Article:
This is to ensure that the files your libraries use are copied to the temporary directory.

mspohr

So... I'm afraid I'm still confused.
I have the .h in " " since they are in the same directory but they don't seem to be recognized by the compiler... so I assume that the "non-standard" stuff requires the use of < > but it doesn't seem to work with these either.

Should I use both?

#include <"OneWire.h">  ???

wanderson

Effectively it doesn't matter if you use "" or <>

The problem is that you have placed these files in the wrong place.  See my answer in either of your threads for instructions on how to fix that problem (or the reference manual for libraries).
New true random number library available at: http://code.google.com/p/avr-hardware-random-number-generation/

Current version 1.0.1

pYro_65

Libraries don't belong in your sketch directory.
Remove all files that aren't part of your sketch out of the sketch folder ( libraries ).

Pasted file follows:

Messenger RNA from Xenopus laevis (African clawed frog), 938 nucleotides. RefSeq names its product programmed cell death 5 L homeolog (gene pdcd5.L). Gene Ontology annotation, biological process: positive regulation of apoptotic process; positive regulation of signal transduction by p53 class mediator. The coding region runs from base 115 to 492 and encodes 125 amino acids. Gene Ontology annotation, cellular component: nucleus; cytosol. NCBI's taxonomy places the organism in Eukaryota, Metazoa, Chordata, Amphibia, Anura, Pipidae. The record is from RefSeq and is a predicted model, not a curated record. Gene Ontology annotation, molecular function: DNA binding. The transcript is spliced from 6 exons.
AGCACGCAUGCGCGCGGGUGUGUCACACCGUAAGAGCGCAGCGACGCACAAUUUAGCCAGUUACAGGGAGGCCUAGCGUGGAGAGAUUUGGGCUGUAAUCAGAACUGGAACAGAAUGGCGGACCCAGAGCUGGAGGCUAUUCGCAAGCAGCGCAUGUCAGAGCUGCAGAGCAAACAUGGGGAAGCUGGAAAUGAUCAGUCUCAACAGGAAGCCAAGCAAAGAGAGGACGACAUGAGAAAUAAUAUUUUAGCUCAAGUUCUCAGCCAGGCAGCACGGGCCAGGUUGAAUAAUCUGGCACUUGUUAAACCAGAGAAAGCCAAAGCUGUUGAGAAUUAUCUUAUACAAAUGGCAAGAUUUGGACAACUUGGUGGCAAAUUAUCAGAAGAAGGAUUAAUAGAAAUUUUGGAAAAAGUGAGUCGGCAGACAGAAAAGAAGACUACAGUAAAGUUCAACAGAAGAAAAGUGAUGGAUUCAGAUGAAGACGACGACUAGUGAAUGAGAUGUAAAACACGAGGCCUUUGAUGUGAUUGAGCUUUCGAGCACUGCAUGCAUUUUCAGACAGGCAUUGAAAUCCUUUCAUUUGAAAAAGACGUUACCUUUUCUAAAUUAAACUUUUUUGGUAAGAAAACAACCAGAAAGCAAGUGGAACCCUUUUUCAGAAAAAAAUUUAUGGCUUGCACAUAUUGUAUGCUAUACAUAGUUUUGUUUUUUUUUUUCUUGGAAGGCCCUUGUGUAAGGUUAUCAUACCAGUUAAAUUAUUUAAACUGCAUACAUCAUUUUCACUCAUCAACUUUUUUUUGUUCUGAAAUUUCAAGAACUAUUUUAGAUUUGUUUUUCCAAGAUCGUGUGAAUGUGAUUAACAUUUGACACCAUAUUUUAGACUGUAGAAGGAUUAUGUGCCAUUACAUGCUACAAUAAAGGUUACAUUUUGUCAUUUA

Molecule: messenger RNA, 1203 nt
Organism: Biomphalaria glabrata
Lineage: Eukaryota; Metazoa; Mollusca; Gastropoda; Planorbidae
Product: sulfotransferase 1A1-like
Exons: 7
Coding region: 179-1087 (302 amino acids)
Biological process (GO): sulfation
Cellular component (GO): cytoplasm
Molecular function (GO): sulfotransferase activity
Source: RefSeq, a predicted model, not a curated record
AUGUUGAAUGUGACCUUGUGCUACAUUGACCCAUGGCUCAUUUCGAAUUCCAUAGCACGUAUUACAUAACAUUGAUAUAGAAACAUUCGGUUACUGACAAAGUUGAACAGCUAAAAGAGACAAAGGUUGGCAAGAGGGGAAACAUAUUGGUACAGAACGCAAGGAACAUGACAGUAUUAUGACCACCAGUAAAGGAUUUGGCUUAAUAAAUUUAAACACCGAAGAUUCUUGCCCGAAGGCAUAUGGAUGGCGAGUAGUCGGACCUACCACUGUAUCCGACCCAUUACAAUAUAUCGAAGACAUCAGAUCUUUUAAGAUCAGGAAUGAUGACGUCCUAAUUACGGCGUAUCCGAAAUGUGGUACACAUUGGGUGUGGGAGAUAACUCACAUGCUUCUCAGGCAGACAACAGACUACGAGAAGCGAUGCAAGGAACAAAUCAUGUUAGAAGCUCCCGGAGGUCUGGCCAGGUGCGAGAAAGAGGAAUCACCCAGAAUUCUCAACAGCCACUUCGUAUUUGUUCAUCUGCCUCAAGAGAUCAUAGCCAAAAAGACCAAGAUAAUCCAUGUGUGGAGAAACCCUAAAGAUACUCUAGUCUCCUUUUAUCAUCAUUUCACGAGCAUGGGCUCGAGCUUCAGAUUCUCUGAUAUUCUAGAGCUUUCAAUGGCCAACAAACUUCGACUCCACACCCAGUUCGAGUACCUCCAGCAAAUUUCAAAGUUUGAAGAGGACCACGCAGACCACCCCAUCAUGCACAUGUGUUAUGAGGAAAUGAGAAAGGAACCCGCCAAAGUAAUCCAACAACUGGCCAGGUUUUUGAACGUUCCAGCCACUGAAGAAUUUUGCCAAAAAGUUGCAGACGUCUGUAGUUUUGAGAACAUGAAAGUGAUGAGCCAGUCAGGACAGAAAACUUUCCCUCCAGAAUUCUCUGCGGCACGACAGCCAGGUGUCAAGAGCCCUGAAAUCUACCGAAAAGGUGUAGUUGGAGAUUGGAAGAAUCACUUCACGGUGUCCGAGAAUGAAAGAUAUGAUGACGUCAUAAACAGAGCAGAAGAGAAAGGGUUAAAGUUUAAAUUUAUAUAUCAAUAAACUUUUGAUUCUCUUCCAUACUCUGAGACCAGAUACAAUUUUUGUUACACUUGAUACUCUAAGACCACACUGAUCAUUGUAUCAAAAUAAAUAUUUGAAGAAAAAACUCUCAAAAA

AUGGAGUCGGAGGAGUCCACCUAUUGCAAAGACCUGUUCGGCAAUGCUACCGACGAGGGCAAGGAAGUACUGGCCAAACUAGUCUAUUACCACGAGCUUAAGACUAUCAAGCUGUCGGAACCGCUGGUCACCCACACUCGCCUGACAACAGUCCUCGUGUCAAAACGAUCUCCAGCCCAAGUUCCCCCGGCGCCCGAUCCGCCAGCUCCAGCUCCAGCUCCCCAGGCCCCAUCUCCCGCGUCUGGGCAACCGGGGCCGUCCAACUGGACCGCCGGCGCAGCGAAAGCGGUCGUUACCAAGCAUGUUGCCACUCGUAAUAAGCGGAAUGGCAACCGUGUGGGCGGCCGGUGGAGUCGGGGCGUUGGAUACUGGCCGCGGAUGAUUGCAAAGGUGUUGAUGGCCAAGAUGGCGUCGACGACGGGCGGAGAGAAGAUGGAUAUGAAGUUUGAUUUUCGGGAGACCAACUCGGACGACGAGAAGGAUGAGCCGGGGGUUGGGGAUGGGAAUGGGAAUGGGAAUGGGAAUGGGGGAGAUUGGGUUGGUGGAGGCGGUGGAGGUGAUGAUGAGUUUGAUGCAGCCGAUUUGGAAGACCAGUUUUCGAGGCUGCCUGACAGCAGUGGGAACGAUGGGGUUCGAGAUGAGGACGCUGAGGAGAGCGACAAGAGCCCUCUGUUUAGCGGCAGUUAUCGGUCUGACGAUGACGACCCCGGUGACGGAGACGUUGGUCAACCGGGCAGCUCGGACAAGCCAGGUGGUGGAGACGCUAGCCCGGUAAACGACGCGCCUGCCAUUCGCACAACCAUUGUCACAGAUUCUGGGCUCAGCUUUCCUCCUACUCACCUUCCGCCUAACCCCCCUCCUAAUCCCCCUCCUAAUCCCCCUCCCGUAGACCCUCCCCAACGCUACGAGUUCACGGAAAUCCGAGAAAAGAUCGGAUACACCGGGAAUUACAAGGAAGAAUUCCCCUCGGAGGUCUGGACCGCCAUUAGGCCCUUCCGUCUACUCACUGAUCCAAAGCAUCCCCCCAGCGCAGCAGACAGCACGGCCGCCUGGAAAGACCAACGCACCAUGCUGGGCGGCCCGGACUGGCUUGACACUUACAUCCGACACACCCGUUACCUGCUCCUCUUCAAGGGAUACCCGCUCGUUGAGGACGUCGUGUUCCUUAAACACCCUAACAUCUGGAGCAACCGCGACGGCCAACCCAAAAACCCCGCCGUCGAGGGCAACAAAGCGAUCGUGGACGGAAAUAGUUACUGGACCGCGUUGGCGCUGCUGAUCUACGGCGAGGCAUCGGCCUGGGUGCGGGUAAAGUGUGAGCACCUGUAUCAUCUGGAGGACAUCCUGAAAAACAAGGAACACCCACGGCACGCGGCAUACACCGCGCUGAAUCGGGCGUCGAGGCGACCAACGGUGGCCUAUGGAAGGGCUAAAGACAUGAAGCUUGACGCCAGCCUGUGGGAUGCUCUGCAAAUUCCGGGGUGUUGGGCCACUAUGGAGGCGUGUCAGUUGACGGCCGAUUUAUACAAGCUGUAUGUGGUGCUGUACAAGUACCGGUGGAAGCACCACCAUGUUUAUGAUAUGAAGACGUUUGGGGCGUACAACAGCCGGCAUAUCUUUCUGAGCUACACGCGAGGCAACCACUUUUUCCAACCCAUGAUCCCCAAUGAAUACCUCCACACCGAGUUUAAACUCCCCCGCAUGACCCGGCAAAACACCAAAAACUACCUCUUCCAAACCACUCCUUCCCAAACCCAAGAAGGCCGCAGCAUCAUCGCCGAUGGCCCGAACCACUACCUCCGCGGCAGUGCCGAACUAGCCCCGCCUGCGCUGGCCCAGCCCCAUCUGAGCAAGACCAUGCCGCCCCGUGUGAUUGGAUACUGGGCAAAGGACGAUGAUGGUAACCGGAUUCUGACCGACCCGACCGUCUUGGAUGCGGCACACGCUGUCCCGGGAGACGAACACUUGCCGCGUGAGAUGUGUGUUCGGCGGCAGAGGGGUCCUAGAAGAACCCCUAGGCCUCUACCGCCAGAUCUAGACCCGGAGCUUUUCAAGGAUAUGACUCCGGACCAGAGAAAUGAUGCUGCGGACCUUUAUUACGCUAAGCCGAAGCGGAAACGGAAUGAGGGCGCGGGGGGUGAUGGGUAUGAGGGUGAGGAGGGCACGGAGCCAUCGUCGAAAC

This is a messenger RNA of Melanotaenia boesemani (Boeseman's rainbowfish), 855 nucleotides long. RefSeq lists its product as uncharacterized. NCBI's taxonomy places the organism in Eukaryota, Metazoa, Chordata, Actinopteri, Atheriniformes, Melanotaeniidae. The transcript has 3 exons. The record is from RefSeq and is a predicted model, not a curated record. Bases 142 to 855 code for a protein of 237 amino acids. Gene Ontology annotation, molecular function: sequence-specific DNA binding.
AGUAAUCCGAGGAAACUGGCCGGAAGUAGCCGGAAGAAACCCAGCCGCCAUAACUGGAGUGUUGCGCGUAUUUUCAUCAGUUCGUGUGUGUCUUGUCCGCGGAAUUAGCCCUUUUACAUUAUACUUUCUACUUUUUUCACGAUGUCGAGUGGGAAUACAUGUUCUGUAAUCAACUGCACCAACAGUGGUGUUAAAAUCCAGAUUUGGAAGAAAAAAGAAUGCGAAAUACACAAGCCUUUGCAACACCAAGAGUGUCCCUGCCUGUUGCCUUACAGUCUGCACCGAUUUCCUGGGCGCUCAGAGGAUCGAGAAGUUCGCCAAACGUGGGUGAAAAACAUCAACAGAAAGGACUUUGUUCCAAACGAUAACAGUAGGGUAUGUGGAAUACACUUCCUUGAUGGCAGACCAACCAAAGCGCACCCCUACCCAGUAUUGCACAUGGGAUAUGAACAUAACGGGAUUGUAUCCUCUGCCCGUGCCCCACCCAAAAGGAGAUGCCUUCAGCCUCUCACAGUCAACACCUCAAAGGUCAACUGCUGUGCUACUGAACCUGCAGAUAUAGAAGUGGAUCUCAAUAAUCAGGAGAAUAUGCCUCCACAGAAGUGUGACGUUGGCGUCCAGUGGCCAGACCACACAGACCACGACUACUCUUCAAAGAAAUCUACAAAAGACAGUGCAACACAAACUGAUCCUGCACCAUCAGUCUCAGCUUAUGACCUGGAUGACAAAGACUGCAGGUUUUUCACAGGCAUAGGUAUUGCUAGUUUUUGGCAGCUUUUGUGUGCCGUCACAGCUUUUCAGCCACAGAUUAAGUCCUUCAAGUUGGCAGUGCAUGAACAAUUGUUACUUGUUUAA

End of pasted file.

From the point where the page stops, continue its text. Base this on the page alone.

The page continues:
Place libraries in the libraries folder, if you have them there already, just delete all the copies you made elsewhere.

Quote
Should I use both?

#include <"OneWire.h">  ???

No that is wrong.
Do not use <> for files in your sketch directory, and do not put libraries in your sketch directory either.

mspohr

It seems to me that there should be some straightforward way to handle #include but I am having a very difficult time figuring it out and the documentation is very sparse.

So far, very helpful people have told me that I need to have a "libraries" folder in the same folder as my sketches.  So on my Mac, the Arduino IDE puts my sketches in a folder: Documents/Arduino
I have my sketches in this folder... the first is a sample project "Alarm" which is in: Documents/Arduino/Alarm
I created a folder: Documents/Arduino/libraries
I put the OneWire .h files in: Documents/Arduino/libraries/OneWire
I have these lines in the "Alarm" sketch:

#include <OneWire/OneWire.h>
#include <OneWire/DallasTemperature.h>

From what I have been told, this should work, but it doesn't.  I get these errors: